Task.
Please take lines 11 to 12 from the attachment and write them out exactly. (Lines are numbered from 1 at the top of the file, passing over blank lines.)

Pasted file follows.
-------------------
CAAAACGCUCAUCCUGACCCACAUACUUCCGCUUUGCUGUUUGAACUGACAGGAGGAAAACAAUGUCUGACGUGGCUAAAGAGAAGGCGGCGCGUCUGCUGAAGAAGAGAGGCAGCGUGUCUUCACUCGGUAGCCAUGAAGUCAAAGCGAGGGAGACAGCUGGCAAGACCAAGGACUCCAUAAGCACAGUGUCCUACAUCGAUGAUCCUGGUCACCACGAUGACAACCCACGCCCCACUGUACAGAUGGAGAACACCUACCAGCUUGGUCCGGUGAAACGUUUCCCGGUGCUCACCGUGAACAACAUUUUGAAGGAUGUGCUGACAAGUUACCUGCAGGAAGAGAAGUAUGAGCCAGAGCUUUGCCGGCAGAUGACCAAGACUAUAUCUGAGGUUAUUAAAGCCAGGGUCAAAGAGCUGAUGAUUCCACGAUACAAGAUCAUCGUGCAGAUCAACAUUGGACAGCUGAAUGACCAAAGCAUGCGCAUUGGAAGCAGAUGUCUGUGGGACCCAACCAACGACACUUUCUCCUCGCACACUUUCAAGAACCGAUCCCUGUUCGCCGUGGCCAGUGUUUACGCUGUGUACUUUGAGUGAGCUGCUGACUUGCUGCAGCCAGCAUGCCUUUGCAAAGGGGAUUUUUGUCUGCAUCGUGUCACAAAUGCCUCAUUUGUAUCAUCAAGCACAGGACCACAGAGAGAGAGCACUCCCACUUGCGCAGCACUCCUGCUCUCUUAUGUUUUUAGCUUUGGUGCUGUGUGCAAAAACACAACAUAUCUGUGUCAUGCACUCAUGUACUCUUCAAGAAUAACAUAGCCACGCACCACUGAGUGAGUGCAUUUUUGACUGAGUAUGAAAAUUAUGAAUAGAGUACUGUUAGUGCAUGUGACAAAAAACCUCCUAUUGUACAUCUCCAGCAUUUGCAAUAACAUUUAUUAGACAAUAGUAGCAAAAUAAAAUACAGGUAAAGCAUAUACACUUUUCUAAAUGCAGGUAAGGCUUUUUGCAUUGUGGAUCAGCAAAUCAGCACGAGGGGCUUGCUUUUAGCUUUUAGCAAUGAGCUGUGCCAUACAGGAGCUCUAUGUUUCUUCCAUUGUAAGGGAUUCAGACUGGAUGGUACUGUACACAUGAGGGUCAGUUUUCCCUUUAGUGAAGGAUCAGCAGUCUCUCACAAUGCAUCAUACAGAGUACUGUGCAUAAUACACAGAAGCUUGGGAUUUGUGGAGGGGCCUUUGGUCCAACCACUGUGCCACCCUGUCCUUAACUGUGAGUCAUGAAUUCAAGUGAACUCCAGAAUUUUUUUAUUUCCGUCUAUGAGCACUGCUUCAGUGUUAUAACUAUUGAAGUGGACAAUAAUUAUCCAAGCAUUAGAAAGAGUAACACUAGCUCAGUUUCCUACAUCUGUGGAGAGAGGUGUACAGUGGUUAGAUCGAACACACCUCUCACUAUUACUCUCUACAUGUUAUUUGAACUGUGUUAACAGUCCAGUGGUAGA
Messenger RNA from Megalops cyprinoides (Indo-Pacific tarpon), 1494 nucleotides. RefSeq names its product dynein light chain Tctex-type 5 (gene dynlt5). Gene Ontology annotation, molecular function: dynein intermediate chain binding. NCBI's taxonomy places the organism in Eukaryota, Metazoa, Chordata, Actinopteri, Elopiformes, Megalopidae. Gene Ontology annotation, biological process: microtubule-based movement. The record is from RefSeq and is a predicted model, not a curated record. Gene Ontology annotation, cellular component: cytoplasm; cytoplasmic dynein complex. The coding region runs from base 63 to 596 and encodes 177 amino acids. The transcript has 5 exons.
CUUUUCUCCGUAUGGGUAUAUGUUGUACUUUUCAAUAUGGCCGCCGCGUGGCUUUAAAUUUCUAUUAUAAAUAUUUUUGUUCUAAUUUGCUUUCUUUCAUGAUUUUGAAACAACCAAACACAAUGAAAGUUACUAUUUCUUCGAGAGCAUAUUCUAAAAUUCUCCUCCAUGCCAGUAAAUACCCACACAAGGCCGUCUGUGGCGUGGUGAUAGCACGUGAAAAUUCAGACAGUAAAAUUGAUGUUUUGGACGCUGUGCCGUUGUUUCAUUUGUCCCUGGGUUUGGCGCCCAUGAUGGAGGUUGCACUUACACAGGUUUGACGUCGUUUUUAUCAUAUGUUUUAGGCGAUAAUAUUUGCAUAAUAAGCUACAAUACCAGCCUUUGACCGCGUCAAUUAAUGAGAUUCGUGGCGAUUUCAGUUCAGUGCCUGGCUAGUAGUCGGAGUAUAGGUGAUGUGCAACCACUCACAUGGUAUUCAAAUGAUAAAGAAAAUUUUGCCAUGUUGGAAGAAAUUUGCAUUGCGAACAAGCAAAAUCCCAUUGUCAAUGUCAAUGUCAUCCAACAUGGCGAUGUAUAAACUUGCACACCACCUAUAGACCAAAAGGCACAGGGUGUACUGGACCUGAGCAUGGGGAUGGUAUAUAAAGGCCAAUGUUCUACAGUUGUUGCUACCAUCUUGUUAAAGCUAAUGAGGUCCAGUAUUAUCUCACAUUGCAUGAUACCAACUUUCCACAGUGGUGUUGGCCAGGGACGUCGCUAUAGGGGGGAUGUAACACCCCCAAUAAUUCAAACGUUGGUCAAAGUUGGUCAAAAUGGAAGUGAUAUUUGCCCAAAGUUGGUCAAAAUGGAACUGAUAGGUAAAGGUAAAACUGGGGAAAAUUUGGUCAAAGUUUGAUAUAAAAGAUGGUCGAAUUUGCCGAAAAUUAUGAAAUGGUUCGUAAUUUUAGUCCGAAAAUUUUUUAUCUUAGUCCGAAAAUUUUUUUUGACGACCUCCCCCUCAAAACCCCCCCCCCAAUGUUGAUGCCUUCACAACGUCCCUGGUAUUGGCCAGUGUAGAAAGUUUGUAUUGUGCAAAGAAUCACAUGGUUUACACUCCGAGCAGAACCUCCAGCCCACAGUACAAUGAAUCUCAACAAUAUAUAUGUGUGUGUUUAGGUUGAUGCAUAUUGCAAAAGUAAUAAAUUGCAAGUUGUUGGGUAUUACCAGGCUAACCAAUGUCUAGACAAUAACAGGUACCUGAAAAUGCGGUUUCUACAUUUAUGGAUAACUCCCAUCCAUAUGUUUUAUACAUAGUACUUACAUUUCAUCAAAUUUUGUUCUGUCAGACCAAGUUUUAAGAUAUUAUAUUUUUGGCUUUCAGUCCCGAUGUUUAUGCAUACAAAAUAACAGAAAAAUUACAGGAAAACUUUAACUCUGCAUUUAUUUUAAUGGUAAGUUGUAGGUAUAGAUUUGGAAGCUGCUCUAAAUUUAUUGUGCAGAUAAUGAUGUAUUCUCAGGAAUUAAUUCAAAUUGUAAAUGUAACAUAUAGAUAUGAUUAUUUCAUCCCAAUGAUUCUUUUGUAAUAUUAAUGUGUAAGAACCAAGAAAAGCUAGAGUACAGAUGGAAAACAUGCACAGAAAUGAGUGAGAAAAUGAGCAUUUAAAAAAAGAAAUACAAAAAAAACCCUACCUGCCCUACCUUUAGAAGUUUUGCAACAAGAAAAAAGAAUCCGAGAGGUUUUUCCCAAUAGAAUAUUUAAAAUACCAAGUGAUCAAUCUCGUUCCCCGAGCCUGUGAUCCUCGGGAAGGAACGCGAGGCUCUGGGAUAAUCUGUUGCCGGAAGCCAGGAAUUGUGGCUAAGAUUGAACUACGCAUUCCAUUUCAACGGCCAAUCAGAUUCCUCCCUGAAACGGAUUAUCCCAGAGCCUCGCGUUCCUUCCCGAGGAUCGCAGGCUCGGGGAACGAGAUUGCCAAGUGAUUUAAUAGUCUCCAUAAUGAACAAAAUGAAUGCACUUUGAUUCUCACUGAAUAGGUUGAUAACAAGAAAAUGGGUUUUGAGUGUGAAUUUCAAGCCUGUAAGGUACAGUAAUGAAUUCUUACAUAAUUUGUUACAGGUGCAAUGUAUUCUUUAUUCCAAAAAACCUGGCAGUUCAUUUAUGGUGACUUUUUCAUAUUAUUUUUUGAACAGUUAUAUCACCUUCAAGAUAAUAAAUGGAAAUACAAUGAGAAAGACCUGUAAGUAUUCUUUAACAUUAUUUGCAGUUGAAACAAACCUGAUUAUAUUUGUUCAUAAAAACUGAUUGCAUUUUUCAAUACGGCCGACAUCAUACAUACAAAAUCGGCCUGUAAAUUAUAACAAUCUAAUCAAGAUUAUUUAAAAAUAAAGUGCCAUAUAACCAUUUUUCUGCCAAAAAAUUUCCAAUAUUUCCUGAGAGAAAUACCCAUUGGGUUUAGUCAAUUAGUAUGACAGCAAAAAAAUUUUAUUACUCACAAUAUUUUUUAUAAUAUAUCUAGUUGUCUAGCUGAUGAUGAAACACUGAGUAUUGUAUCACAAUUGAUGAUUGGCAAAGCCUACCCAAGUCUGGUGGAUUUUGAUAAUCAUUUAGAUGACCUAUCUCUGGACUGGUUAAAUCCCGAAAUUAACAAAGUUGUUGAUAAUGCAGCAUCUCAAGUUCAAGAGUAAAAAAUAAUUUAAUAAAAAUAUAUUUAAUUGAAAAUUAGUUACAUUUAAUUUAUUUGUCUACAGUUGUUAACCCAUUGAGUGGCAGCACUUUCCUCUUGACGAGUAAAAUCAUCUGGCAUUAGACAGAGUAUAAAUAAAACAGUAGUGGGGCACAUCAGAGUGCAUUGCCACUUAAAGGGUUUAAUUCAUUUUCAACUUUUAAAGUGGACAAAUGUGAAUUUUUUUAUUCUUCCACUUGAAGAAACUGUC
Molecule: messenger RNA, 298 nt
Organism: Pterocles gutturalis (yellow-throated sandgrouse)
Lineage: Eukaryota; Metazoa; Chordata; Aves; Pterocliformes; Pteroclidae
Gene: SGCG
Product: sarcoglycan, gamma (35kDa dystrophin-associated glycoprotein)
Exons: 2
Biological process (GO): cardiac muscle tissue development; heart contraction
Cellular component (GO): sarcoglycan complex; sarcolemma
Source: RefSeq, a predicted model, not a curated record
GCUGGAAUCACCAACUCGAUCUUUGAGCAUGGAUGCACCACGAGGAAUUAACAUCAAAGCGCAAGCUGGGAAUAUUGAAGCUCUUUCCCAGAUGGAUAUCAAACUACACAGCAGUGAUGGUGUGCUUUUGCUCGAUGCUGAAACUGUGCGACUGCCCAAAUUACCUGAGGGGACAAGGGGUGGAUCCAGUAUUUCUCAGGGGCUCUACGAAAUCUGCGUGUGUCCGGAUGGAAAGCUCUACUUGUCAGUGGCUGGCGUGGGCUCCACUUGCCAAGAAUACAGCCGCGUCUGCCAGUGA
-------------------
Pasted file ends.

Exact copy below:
Cellular component (GO): sarcoglycan complex; sarcolemma
Source: RefSeq, a predicted model, not a curated record